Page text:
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Thanks for your help, Jennifer! No, he wasn't dehydrated. He drank 3-4 bottles of water on the way to the doc- knowing they would take blood. It still took 4 sticks and he drank throughout. We don't have GFR numbers. The lab statement indicated that they didn't have reference norms for children under 18, but that is certainly something to explore.

Wow, your creatinine is high- go figure. No wonder you are such a mystery B).

How do you test lung diffusion capacity? No asking his local doc, he's the one who said all was normal. Grrrr. I have sent the results to Dr. Rowe at Hopkins for his interpretation given Mack's symptoms.

Thank you for your help!

Julie

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Good idea to send it to Dr. Rowe. Yeah, that whole creatinine fiasco...by my blood-work, I should be a 6'4 male eunuch professional rugby player. B)

I bet that turns your husband on :P

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Has Mack been tested for low blood volume? It's interesting that his results came out that way because many of us have low BV or symptoms that mimic it. And symptoms similar to altitude sickness too. My friend got bad altitude sickness in Colorado and said it reminded her of me and my POTS! In either case not enough oxygen getting to the brain, but how to fix it?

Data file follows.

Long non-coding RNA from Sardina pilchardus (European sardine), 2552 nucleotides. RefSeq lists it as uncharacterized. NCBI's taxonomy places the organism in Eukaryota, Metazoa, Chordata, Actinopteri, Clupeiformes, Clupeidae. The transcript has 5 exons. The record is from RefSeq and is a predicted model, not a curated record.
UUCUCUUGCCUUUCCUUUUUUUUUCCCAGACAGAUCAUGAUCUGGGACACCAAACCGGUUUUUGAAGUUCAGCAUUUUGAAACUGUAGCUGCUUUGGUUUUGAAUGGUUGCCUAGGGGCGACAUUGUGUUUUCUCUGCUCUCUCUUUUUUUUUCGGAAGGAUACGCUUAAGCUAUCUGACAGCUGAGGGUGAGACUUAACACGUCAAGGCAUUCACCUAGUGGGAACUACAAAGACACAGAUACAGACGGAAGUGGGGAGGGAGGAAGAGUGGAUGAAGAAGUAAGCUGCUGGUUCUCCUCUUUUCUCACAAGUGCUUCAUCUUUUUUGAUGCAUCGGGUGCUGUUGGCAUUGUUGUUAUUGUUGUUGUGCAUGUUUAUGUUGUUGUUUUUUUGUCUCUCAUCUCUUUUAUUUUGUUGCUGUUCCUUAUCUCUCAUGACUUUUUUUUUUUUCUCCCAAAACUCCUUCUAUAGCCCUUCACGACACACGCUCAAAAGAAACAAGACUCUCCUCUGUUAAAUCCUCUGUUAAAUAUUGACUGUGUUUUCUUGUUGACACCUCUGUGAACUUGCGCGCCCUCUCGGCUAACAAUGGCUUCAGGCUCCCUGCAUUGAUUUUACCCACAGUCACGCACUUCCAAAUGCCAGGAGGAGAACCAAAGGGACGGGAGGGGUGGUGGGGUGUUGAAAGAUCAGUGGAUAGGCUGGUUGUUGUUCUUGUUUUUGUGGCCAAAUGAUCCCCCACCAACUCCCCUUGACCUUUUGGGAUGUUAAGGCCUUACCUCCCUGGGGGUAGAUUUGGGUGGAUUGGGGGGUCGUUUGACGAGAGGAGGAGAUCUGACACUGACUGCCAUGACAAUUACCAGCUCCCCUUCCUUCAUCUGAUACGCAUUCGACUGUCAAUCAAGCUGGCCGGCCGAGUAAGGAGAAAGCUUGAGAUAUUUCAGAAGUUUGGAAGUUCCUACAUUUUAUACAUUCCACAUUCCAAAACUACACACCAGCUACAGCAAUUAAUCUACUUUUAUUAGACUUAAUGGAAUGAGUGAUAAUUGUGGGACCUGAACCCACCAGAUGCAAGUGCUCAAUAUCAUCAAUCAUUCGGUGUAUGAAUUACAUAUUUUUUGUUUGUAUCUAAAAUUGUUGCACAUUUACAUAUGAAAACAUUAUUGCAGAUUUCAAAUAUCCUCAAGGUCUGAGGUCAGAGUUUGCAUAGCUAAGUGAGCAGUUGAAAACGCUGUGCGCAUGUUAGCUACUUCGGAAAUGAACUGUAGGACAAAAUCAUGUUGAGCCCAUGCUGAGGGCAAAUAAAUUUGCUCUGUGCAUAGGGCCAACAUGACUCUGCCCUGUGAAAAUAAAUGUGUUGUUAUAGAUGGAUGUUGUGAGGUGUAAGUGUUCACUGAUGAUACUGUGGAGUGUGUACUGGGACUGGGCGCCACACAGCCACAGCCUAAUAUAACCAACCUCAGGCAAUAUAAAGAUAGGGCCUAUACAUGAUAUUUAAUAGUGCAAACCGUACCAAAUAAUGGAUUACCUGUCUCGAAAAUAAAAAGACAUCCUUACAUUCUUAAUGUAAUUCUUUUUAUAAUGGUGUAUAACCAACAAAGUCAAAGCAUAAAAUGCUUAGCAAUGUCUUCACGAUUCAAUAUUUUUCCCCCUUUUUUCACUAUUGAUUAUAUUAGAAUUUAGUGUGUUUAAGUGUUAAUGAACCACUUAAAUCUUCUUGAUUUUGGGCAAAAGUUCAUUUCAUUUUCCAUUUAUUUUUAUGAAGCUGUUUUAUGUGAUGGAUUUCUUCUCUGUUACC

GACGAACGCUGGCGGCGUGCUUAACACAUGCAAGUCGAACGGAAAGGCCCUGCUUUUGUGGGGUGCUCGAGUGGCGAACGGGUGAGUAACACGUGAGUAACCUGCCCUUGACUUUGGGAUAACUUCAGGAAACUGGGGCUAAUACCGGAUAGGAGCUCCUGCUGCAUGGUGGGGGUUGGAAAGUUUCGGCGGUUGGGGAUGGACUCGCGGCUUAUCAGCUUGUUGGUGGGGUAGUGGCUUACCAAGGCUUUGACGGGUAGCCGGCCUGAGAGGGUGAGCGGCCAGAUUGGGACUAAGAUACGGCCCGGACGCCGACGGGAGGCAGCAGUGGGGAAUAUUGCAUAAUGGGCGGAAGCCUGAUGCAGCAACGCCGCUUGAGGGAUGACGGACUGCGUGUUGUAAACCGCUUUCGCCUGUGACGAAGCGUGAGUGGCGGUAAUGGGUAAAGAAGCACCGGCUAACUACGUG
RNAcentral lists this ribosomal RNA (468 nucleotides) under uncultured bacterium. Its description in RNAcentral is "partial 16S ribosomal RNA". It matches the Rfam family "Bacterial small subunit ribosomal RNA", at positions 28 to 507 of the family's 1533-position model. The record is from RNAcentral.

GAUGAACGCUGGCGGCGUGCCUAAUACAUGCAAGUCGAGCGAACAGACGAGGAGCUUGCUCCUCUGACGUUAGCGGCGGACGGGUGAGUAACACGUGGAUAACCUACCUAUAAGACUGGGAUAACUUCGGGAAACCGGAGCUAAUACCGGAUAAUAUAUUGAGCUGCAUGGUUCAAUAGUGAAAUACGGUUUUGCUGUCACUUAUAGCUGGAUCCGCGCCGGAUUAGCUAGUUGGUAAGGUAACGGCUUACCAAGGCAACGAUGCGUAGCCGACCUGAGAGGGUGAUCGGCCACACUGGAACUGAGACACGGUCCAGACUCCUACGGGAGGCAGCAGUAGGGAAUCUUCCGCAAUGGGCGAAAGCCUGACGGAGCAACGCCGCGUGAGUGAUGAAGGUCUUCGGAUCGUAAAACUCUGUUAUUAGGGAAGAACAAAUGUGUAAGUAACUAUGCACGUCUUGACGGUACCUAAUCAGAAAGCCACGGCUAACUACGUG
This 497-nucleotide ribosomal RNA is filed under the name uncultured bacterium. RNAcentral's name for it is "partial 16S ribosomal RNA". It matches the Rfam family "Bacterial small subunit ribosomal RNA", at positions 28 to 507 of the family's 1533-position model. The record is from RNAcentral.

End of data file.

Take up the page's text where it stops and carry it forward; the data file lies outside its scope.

My blood work is always "normal". It's interesting that something showed up here. I hope that looking into this brings you some answers and more/better treatment.

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I thought I'd post this for those of you with similar blood test results. I just heard from Dr. Rowe (He's fabulous- a Saturday afternoon!!!!) and he thinks Mack's blood work is "par for the course-exactly what you'd expect with someone who has OI and CFS." He thinks it's highly correlative to hypovolemia. He did want us to check Mack's B-12 levels as RBC can be enlarged if that's low, but it's highly unlikely with Mack's high RBC results. He also said that Mack's kidneys are working wonderfully well- low creatinine. So, good news I guess B) ...

I'd still love to hear from anyone with similar results.

Thanks-

Julie

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Has Mack been tested for low blood volume? It's interesting that his results came out that way because many of us have low BV or symptoms that mimic it. And symptoms similar to altitude sickness too. My friend got bad altitude sickness in Colorado and said it reminded her of me and my POTS! In either case not enough oxygen getting to the brain, but how to fix it?